- The Washington Times - Tuesday, January 17, 2006

VIENNA, Austria — Pressure on Iran intensified yesterday, with key European countries and the United States moving ahead with plans to refer Tehran to the U.N. Security Council and Israel vowing not to let the Iranians develop nuclear weapons.

But Russia and China — Iran’s past backers — urged negotiations instead of confrontation, casting doubt on whether next month’s International Atomic Energy Agency (IAEA) meeting will demonstrate a unified political will.

A meeting Monday in London produced no agreement among the United States, France, Britain, Germany and Moscow and Beijing on whether to refer the dispute over Iranian nuclear enrichment to the Security Council, which could impose sanctions.

Past opposition to such action by Russia and China led the Europeans and the United States to postpone referral.

Russia and China have joined Europe and the United States in criticizing Iran’s resumption of uranium enrichment. But both would prefer to avoid Security Council involvement and are outright opposed to sanctions.

A draft text by Britain proposing referral when the IAEA’s 35-nation board of directors meets Feb. 2 reflected deference to the Russians and Chinese, stopping short of calls for punitive measures.

Instead, the text, partly revealed by a European diplomat, urges the 15-nation council to press Tehran “to extend full and prompt cooperation to the agency” in its investigation of suspect nuclear activities.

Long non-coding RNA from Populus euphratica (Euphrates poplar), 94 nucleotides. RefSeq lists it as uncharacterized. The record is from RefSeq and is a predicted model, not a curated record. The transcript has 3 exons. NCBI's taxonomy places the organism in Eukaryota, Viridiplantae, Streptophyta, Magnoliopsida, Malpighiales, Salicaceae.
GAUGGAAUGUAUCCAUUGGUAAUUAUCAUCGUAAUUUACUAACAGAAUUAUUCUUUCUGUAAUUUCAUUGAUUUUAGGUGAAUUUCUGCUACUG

The fact that the draft was calling on the council to send Iran’s nuclear file back to the IAEA provided the latest indication the country could escape sanctions.

Moscow supports calling on Iran to renew a moratorium on uranium enrichment, a possible pathway to nuclear arms. But asked yesterday whether Russia would be ready to refer Iran to the Security Council for violating the Nuclear Non-Proliferation Treaty, Foreign Minister Sergey Lavrov said other means should be considered first.

“I don’t think that the potential of the IAEA’s Governing Board has been exhausted and the European troika has the same opinion,” he said, referring to France, Britain and Germany, which represent the European Union in the talks.

The Chinese Foreign Ministry took a cautious tone, saying “all relevant sides should remain restrained and stick to solving the Iranian nuclear issue through negotiations.”

Israel — whose right to exist has been questioned by Iranian President Mahmoud Ahmadinejad — took a tough stance.

In response to a question about Iran, acting Israeli Prime Minister Ehud Olmert said: “Under no circumstances can Israel allow someone with hostile intentions against us to have control over weapons of mass destruction that can endanger our existence.”

Raising hopes for a compromise, Iran on Monday praised a proposal by Russian President Vladimir Putin to conduct Iranian uranium enrichment in Russia, which would allow for greater international oversight.

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